JSON Feeds For Fun and Profit, Part One- Del.icio.us makes it easy

Confession time: I’ve never actually worked with a JSON feed.

No, really.

I know what you’re thinking… Yes, you’re right. I’ve built a bunch of Ajax-y components and one full blown application over the past two years.

No, in light of that it doesn’t make any sense that I haven’t used JSON before.

Anyway, I’ve been helping out one of our developers at work with My Big Javascript Brain™ and I’ve had to mess about with JSON a little bit. She’s ostensibly a Java developer, but she’s shown a willingness to help out wherever she can (thereby learning a bunch of other web technologies,) so this week she’s been tasked with creating a JSON fed Google widget. This has been interesting for me, as I’ve had to guess a lot and leap at solutions at every turn to try to help her (since I have no practical experience with the acronym myself.) The good thing is I’ve actually been helpful. Apparently I’ve soaked up enough about JSON through osmosis or something, because when that feeble amount was blended with my regular JS knowledge I was actually able to piece together some of what was going on. Go me.

Anyway, to actually know what I’m doing the next time, I’ve decided to play around with some feeds right here and write up what I discover to help solidify my own knowledge and to help out anyone else who might be wondering about the magical world of JSON feeds.

Did I mention that they were magical? They are. They’re made of pixie dust and rainbows.

Yes, I’ve gone slightly off the rails… ignore that last bit.

To start with, I decided to use the handy feed from one of my favorite web twenty web sites, del.icio.us. Not surprisingly, since del.icio.us kicks all kinds of ass, they make it dead easy to use JSON feeds. All it takes is attaching the script generated at http://del.icio.us/feeds/json/user_name to a document and a Delicious JavaScript object is automatically created- full of all sorts of social bookmarking goodness. Notably a posts array which contains all of the selected user’s posts.

You can read their concise documentation here. They have a nifty sample as well.

Here’s the example I whipped up. This grabs the last 15 bookmarks from my account, takes the link, description and tags and drops them all into a regular old unordered list*.

Here’s the feed itself. As you can see it contains a simple test to see if the Object already exists, an object definition and then an array populated with all of the post data. Pretty straightforward, really.

The following code sample shows how I did it. My comments are inline and in blue.

<!DOCTYPE html PUBLIC "-//W3C//DTD XHTML 1.0 Transitional//EN" "http://www.w3.org/TR/xhtml1/DTD/xhtml1-transitional.dtd">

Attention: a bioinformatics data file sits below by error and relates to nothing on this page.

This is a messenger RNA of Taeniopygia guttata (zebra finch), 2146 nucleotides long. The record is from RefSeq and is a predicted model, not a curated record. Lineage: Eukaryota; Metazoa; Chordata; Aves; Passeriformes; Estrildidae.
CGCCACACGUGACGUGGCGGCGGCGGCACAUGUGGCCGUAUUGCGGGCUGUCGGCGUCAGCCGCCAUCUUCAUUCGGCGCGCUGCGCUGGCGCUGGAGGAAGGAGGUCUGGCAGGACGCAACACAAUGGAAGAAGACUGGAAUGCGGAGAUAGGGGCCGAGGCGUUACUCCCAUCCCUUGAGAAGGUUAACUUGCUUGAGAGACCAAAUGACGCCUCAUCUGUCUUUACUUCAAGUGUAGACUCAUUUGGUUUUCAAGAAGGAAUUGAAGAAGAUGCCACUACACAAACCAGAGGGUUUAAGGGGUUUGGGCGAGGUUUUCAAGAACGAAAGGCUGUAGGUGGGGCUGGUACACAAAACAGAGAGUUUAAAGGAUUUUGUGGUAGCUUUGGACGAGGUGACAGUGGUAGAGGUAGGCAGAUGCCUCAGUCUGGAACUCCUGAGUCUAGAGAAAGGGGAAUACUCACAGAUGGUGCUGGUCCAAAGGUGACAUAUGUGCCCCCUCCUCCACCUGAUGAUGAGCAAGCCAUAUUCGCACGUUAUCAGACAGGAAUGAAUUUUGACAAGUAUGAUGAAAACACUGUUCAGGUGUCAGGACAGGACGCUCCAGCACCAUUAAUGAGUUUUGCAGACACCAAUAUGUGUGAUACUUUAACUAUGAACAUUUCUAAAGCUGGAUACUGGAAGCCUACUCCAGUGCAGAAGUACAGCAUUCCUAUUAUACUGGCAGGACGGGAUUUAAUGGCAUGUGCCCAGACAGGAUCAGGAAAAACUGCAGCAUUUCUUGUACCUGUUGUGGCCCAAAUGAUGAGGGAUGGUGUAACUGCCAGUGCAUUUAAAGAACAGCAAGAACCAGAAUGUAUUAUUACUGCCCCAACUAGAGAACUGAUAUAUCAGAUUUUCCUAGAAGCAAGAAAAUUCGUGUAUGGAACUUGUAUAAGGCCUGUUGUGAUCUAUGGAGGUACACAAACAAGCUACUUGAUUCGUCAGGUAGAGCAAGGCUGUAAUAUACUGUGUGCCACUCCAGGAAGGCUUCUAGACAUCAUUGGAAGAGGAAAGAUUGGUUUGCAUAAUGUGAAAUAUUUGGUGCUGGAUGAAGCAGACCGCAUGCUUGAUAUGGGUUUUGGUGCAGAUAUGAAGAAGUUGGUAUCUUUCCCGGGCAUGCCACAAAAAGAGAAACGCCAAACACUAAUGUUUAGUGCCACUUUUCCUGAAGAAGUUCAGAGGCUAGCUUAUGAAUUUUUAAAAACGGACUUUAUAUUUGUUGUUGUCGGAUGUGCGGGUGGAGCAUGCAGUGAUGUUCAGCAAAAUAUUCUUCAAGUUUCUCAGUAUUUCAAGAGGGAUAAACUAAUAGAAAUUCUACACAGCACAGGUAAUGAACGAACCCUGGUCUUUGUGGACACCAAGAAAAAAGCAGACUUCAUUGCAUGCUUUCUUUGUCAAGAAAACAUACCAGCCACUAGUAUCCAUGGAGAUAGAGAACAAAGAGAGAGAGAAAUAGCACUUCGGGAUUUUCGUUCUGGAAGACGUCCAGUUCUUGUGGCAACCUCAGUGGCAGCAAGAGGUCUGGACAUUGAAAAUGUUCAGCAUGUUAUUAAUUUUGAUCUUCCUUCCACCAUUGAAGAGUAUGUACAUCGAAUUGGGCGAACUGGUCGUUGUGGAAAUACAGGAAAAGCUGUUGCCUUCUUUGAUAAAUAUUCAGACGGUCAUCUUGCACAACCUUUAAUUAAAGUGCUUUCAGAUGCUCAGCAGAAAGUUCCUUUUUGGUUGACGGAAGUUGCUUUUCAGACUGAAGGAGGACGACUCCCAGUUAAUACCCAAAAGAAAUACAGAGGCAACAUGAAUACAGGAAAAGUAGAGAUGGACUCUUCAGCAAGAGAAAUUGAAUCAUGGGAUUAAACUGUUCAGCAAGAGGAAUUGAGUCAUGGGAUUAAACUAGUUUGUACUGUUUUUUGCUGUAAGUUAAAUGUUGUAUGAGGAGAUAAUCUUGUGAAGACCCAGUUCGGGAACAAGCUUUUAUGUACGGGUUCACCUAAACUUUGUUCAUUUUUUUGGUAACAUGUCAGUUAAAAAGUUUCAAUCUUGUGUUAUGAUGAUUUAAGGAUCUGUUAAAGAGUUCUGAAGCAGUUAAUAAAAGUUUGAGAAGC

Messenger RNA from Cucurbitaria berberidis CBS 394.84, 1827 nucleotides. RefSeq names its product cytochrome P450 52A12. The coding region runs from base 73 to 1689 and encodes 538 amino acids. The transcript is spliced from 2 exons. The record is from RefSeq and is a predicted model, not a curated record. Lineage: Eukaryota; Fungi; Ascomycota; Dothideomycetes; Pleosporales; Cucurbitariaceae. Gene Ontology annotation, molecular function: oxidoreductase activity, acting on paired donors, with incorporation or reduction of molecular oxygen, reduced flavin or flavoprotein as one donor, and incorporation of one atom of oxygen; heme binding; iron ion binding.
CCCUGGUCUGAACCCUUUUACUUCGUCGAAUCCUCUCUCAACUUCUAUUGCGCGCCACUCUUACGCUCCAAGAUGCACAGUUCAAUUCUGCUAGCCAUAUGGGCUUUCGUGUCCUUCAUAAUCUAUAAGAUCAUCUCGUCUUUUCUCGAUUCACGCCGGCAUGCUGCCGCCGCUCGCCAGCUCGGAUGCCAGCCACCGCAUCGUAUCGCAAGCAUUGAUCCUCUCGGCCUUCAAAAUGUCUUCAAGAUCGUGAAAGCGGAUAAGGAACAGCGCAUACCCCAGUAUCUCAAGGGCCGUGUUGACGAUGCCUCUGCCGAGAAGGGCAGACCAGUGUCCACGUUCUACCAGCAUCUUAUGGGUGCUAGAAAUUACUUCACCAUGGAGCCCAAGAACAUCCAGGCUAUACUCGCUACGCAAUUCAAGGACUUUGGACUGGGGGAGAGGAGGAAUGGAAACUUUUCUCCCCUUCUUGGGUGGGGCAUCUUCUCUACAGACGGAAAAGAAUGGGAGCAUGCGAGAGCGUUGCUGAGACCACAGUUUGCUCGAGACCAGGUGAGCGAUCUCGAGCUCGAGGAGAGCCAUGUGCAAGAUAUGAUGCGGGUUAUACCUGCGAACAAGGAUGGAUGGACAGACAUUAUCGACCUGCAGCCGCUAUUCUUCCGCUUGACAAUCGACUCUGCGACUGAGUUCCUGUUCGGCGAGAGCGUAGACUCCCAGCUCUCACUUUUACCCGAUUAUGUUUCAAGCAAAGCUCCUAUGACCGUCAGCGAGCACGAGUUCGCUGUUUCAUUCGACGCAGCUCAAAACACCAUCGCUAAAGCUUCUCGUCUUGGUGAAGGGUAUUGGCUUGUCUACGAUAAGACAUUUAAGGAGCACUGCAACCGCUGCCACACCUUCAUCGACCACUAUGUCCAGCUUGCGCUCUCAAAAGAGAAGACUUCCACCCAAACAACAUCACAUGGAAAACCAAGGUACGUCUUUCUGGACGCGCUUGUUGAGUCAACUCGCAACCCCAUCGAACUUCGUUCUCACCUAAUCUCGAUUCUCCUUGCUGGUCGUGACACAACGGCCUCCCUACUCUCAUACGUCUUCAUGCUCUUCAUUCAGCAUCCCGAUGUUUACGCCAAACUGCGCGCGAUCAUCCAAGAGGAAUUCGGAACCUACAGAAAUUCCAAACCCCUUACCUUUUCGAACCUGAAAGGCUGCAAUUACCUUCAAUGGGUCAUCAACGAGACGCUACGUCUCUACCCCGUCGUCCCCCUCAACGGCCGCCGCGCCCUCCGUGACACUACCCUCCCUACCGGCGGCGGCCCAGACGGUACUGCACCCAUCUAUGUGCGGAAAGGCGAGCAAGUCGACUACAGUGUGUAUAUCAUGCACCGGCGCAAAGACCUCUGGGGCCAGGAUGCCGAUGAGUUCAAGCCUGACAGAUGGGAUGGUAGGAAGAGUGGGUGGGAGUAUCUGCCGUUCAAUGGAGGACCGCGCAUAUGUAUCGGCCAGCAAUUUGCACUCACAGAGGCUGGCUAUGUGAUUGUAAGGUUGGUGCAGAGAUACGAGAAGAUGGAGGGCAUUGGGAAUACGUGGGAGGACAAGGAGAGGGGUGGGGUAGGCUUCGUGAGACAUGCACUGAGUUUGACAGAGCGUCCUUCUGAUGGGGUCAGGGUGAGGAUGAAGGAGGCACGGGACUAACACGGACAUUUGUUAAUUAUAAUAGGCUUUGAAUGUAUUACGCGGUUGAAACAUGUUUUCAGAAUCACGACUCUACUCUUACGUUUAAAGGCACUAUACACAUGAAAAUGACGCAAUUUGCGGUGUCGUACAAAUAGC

<html xmlns="http://www.w3.org/1999/xhtml">
<meta http-equiv="Content-Type" content="text/html; charset=iso-8859-1" />
<title>JSON part 1</title>
<!--Seriously. This is all it takes to get the object into your document.
That's really cool, right? I think so-->
<script type="text/javascript" src="http://del.icio.us/feeds/json/rob_react"></script>
<script type="text/javascript">
window.onload = function() { //this is the built in delicious object. //the array posts has all the stuff we're looking for.
//let's make a quick reference to it
var del = Delicious.posts;
var d_div = document.getElementById("delicious");
// create a placeholder for the link
var the_link=""
//****As a note, I've found writing out innerHTML
//****to be faster, so I use it.
//****I actually prefer the elegance of JavaScript's
//****DOM based node creation and manipulation methods.
//**** but speed roolz, so I play with strings
//**** sometimes this stuff can get really confusing,
//**** though, so I'll fall back and use
//**** the DOM stuff anyway.
//**** Anyway, back to the script...
//write the beginning of the <UL>
d_div.innerHTML = "<ul>"
//loop through every element in the Delicious.posts object and do stuff
for (i=0;i<del.length;i++) {
//look at me, I'm doing stuff! //clear the placeholder for the link the_link=""; // add in the opening of the LI and the opening of the anchor
// add a reference to the u (url) of the i member of the del array
// and the d (description) of the same memberr
the_link ="<li><a href='"+del[i].u+"'>"+del[i].d+"</a>";
//are there tags? is there a tags array of the i member?
if (del[i].t) {
//if so lets write them out
the_link +=" <em>tags:</em> "
//loop through all the mambers of the t (tag) array
for (j=0;j<del[i].t.length;j++) {
//and build another link
//here I'm using the simple, but powerful URL scheme
//that delicious uses to nice effect
//by dropping the the tag onto the end of my delicious url
//I'm easily building out links to my tags
//they use a logical, transparent url scheme which makes
//it crazy easy to navigate both as a user and as a programmer
//go delicious go.
the_link +="[ <a href='http://del.icio.us/rob_react/"+del[i].t[j]+"'>"+del[i].t[j] +"</a> ]"
//close out the li
the_link += "</li>"
//pop that link and li into the div
d_div.innerHTML += the_link
//once the loop is done, close the ul
d_div.innerHTML += "</ul>"
//and that's that. like I said, pure magic.
<style type="text/css">
/*I've got style*/
body {
/*by the way, shorthand is your friend!*/
font: .825em/1.8em Verdana, Arial, Helvetica, sans-serif;
em {
<div id="delicious">

And that’s that- a run-through of the simplest possible usage of a JSON feed (at least in terms of extracting the data.) Next time (which should be soon) I’ll look at different methods for getting dynamic data out of JSON. Oh, the fun we’ll have.

(part 2 of this series | part 3 of this series)

*The note is also available- I’ll use that in my next example.

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